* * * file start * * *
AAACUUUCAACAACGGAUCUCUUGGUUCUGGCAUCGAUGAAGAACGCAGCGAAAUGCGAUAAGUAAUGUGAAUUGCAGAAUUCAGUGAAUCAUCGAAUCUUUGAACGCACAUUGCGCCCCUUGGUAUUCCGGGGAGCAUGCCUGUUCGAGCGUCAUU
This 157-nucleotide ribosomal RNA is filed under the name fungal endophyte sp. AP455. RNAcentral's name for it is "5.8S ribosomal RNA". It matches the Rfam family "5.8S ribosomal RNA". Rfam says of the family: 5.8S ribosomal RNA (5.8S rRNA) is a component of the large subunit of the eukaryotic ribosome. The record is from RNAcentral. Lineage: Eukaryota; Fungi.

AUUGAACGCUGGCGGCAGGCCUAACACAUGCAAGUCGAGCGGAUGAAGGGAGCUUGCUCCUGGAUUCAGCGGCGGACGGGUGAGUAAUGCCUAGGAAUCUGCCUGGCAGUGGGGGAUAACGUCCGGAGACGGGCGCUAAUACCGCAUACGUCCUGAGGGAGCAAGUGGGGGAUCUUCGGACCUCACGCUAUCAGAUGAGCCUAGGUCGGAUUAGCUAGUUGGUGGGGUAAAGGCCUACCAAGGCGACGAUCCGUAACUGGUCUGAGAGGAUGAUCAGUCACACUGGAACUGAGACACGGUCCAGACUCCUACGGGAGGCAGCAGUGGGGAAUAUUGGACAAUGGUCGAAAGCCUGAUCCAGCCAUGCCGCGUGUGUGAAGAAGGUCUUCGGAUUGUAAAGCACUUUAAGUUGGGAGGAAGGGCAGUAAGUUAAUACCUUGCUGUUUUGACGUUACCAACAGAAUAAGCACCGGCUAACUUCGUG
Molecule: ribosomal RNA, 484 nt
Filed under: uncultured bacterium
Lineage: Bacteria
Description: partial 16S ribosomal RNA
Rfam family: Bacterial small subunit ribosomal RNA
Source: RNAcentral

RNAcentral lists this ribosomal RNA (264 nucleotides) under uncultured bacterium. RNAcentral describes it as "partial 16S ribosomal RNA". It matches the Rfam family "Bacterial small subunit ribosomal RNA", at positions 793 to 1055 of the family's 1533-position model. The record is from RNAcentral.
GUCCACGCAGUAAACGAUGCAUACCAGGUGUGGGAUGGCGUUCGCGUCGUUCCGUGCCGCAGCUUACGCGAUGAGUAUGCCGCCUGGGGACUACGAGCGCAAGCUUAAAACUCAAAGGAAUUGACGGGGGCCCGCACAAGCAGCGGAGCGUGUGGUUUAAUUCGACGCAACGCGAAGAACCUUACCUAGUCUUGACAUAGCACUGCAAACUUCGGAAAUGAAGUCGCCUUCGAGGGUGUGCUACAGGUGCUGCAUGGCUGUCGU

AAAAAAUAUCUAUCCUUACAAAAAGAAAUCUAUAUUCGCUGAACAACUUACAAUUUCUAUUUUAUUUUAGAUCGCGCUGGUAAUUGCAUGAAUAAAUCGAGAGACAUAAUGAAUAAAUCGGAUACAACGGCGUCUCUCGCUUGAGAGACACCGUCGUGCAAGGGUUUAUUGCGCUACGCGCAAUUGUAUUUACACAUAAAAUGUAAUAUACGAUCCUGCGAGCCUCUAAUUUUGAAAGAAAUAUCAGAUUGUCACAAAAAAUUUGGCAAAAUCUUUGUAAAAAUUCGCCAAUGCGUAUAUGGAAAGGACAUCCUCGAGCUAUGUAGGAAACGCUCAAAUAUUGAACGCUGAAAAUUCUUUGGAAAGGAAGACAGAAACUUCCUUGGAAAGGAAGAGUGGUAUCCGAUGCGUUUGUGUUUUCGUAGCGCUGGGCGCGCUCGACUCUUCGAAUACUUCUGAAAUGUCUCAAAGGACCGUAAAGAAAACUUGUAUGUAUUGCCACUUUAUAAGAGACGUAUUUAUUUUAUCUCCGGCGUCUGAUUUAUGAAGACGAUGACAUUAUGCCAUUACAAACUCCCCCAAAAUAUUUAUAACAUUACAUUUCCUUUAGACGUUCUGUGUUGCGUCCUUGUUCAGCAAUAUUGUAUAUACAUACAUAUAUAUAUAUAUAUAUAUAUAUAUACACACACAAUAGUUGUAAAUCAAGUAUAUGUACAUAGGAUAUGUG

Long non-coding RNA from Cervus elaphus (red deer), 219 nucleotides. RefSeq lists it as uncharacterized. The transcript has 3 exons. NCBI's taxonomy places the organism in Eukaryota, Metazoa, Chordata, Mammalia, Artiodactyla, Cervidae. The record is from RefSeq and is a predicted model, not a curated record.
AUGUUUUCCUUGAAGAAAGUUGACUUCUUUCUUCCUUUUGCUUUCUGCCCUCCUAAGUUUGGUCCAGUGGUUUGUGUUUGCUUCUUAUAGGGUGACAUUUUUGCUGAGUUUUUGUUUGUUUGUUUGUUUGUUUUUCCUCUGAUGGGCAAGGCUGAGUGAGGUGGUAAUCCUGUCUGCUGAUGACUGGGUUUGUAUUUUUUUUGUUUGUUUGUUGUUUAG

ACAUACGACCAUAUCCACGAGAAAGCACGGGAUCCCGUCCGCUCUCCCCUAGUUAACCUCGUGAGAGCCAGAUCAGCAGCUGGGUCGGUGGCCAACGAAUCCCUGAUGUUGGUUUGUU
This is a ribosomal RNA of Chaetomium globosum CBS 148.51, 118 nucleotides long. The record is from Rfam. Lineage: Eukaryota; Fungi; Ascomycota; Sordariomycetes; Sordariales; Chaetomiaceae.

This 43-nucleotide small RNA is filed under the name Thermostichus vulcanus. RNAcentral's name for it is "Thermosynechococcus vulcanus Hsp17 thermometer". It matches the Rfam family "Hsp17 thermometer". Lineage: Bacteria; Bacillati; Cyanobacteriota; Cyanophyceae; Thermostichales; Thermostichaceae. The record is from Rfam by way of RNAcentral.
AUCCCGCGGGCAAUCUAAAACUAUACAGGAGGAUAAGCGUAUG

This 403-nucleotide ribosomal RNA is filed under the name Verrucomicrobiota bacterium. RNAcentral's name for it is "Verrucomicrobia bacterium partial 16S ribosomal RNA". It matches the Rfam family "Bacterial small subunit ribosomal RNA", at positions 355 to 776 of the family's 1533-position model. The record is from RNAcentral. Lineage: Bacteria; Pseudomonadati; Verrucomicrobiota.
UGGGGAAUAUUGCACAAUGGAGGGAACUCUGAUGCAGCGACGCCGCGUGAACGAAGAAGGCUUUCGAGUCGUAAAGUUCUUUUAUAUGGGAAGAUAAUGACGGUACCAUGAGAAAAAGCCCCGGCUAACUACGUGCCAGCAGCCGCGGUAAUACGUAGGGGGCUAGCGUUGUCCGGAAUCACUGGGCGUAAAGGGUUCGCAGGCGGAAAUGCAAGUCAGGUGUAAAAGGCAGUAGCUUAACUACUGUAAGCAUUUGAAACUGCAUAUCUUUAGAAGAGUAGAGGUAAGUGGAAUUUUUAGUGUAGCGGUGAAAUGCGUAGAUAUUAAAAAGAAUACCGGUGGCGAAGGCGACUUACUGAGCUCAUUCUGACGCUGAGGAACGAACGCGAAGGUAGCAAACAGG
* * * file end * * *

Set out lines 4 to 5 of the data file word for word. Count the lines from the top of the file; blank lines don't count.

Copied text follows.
Molecule: ribosomal RNA, 484 nt
Filed under: uncultured bacterium